CJI versus Justices: Judicial crisis out in the open

Last Updated: Tue, Jan 16, 2018 17:20 hrs
Judicial disorder!

“It is discharge of debt to the nation which has brought us here”, said Justice Gogoi sitting alongside justices Chelameswar, Lokur and Kurian Joseph in an unprecedented press conference addressing serious concerns with the way the Chief Justice of India (CJI) Dipak Mishra was assigning cases. Apart from concerns of cases being assigned to junior judges, they took issue with the assignment of the case to do with the mysterious death of Justice BH Loya, who was hearing the Sohrabuddin fake encounter case.

They had aired their grievances in a letter written to the CJI two months ago stating that the CJI is “first among equals nothing more and nothing less”. From all accounts, this seemed like a last resort for them as Justice Chelameswar stated in part, “This is an extraordinary event and it is with no pleasure we are doing this...We are left with no choice but to address the nation”.

With a move this brazen and in public, the justices were left with no choice but to present to the nation a revered and important institution as the Supreme Court is not immune from bias or at the very least improper functioning at such a high level. The Indian Express editorial called it a Public Hearing as the justices drew attention to an institution in crisis as the editorial states –

“Each of them has a formidable record on the bench and it is deeply troubling that an institution that plays the guardian and watchdog of freedoms, and the upholder of the constitutional order, should be seen to be so ill-equipped when it comes to listening to its own”.

“For the political establishment, the judiciary’s internal trust deficit spilling out in the open could become another reason to question its autonomy — and find a way to muscle in. What is most important, for now, is to heed the gravity of the issues that the four judges have felt compelled and constrained to draw public attention to”.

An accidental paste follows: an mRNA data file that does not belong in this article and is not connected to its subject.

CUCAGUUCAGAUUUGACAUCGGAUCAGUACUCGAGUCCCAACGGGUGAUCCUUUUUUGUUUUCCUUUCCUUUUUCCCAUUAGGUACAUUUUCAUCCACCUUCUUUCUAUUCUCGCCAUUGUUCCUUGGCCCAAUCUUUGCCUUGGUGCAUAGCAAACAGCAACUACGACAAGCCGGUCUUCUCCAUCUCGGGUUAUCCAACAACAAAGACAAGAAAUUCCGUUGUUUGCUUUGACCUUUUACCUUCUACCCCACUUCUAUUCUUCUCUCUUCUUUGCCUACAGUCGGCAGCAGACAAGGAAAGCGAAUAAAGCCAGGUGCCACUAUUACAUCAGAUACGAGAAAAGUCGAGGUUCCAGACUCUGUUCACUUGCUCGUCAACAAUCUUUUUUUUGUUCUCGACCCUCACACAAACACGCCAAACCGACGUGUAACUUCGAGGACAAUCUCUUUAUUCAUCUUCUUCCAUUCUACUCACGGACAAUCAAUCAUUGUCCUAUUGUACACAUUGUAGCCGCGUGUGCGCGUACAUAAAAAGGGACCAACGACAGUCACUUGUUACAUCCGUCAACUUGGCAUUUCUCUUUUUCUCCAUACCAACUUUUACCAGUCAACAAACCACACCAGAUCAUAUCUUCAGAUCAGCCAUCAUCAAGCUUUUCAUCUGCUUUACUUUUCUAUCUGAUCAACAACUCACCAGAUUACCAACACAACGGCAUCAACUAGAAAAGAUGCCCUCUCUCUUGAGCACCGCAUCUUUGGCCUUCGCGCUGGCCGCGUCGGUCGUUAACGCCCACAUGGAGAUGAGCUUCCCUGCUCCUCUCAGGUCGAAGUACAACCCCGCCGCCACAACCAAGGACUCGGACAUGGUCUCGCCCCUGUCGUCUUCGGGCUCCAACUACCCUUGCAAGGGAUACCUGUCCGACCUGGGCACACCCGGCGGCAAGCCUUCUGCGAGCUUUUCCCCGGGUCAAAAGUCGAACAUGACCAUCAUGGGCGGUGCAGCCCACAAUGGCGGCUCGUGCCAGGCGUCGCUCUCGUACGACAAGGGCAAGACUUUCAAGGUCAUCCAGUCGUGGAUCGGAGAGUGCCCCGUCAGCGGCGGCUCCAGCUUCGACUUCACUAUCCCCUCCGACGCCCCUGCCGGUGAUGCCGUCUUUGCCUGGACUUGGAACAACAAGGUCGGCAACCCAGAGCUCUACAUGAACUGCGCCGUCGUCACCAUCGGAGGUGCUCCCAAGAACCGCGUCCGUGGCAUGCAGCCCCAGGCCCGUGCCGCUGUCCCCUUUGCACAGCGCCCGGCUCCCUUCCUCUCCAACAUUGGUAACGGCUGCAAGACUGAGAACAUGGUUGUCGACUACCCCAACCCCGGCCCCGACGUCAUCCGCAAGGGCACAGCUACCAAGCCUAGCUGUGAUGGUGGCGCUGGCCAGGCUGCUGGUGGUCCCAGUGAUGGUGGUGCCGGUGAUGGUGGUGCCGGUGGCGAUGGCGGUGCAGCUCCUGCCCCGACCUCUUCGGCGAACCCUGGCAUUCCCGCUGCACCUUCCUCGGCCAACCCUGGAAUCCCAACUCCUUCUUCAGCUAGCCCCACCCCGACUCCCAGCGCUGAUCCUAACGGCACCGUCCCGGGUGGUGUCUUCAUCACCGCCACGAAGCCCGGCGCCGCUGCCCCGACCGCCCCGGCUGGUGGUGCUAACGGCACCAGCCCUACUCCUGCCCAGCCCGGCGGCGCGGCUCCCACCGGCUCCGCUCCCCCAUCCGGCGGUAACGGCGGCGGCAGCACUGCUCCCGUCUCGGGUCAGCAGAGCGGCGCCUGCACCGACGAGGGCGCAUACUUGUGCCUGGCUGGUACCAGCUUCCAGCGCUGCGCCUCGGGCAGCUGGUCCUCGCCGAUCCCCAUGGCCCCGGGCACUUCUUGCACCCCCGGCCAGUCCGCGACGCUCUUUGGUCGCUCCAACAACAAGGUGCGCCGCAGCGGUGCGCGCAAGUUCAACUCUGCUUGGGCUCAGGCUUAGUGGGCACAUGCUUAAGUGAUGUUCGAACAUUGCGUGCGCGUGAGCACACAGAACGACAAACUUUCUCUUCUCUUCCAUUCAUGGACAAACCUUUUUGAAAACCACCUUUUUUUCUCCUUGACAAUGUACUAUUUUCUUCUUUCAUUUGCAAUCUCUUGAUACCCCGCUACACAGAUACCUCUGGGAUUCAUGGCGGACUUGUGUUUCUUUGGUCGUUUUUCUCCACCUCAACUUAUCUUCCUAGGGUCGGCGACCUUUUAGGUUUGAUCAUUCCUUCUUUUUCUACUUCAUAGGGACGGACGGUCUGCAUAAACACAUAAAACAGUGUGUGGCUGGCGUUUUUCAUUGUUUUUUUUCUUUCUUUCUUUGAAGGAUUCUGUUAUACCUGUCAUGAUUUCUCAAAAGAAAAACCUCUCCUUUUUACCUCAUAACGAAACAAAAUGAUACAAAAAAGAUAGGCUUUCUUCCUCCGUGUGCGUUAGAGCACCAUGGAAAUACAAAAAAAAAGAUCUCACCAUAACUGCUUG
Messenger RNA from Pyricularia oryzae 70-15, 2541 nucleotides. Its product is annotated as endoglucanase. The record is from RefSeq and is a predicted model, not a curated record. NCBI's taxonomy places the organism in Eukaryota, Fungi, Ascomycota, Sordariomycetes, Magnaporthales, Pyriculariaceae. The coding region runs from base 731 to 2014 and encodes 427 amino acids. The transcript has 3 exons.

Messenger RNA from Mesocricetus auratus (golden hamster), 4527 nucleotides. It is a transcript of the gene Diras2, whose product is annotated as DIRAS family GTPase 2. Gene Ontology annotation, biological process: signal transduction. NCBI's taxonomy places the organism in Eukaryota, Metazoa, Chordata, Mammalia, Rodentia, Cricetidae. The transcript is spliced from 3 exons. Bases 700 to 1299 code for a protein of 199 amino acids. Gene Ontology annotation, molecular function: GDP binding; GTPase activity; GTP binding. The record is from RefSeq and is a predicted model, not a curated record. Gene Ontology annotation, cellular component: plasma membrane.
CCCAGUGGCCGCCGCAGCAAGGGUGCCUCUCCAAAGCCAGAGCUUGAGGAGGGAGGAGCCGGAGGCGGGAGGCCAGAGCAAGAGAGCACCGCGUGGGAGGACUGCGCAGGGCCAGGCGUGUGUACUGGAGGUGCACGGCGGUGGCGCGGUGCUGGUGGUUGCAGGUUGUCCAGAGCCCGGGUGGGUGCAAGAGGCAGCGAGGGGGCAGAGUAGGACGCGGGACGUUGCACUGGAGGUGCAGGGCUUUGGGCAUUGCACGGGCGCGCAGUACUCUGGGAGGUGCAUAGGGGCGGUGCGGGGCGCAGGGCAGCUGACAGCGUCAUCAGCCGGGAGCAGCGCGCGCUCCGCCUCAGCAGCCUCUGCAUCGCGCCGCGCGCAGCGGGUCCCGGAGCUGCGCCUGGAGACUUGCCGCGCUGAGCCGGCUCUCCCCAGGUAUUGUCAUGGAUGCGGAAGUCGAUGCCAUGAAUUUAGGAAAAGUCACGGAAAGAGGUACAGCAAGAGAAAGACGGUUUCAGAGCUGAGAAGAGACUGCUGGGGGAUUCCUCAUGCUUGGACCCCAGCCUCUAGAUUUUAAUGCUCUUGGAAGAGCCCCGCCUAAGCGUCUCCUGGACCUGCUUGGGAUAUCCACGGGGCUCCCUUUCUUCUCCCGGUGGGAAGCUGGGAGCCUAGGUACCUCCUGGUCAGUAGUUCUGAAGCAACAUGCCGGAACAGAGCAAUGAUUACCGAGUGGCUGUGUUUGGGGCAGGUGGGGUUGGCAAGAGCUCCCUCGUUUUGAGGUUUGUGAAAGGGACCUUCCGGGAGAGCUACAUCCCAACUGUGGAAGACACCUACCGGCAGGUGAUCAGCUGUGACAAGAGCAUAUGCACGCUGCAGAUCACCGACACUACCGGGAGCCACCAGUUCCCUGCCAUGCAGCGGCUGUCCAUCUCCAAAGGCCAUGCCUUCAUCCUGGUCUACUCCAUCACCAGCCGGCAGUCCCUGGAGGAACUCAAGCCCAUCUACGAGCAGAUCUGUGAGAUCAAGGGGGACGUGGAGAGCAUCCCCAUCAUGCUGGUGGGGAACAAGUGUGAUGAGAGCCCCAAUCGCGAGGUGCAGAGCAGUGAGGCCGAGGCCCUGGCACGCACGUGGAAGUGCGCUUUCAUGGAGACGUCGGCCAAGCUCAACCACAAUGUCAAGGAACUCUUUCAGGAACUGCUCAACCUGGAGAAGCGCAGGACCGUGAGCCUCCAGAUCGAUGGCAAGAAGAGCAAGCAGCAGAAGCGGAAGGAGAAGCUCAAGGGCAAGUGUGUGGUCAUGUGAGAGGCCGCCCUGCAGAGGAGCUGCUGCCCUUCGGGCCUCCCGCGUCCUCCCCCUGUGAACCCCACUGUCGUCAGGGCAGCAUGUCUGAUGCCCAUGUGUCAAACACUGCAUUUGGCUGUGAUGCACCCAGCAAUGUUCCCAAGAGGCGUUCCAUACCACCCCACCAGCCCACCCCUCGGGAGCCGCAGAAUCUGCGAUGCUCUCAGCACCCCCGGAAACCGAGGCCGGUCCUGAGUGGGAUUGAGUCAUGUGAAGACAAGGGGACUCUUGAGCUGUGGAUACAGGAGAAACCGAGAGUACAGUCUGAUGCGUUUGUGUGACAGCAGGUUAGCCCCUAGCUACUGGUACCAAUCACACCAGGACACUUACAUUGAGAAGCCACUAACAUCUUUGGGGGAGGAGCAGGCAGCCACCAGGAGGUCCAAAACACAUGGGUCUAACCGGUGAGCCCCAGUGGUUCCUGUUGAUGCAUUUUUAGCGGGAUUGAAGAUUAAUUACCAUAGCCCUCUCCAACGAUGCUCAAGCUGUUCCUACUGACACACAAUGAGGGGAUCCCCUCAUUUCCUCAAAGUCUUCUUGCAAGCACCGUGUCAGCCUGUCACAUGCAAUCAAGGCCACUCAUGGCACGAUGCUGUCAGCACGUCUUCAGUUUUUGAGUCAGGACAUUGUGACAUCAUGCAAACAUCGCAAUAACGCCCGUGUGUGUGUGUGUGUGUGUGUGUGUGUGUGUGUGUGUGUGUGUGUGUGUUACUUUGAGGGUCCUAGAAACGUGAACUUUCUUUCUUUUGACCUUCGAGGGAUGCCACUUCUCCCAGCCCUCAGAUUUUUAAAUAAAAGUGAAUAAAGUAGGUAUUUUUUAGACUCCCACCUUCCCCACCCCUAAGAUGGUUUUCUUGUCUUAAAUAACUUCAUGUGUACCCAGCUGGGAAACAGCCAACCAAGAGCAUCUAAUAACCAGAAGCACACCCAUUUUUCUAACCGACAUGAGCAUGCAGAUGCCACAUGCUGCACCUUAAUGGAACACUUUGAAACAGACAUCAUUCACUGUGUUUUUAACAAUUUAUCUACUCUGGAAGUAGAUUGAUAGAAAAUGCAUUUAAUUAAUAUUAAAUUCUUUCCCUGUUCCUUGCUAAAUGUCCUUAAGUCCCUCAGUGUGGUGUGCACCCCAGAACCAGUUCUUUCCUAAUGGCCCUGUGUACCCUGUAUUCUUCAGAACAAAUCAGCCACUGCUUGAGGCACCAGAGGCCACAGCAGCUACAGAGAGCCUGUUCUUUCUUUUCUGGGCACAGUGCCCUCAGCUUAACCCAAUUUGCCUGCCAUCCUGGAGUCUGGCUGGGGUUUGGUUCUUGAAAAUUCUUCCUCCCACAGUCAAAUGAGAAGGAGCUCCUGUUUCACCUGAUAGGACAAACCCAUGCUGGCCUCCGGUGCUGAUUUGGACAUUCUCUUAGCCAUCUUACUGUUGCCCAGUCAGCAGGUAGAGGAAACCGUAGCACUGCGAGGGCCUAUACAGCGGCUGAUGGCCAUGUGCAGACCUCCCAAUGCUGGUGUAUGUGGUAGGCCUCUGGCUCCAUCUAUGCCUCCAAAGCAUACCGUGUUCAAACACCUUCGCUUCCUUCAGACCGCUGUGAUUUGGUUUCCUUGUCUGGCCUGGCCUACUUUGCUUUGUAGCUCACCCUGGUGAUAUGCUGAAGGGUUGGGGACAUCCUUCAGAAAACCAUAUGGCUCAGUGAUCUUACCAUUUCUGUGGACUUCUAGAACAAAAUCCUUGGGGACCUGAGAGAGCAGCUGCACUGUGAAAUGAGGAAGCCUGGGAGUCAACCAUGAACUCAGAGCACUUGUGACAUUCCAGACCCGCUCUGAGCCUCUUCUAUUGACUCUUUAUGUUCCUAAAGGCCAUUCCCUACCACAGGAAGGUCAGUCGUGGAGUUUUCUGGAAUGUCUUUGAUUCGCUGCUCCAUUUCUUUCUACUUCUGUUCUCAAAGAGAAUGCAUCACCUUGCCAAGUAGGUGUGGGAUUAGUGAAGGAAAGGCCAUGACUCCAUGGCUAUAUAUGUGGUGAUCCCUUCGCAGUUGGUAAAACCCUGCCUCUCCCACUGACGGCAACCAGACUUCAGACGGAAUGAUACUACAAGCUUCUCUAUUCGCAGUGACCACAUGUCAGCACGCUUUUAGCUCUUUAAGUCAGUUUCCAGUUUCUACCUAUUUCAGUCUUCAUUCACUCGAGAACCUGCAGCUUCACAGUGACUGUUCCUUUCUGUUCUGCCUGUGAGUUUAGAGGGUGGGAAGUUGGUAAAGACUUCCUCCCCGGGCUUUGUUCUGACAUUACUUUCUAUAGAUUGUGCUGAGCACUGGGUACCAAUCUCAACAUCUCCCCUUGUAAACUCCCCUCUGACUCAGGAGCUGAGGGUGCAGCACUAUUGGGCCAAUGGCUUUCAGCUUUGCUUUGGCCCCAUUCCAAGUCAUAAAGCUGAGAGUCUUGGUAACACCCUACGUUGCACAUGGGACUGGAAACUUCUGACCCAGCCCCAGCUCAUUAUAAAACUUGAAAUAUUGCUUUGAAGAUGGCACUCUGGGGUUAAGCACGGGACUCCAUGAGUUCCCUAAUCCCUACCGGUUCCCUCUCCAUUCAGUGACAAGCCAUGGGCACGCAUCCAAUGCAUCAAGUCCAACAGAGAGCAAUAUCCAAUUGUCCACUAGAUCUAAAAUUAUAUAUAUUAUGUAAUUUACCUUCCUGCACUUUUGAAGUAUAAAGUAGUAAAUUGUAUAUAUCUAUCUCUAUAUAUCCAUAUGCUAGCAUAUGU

On the morning of the press conference, the justices met with the CJI and told him about their problems regarding the improper functioning and to take remedial steps, but their efforts were in vain.

“There is no going back to business as usual from here. Much will depend on whether, and how, in the coming days, India’s institutions choose to respond to the crisis bared on Friday to public view”.

With the four justices resorting to speak in public about their serious concerns, the pressure is on CJI Dipak Mishra added only by an open letter written by four retired judges including a retired Supreme Court judge. The letter was a statement of support to the four justices and stated that the crisis needs to be resolved within the judiciary. Senior RSS leaders criticized the justices for their extraordinary press conference alleging a political conspiracy.

J Nandakumar, Akhil Bharatiya Sah Boudhik Pramukh of the RSS came down heavily on the four judges for “poisoning the waters” telling the Indian Express the timing is suspicious. They have come under pressure for their motives and their decision to hold a press conference.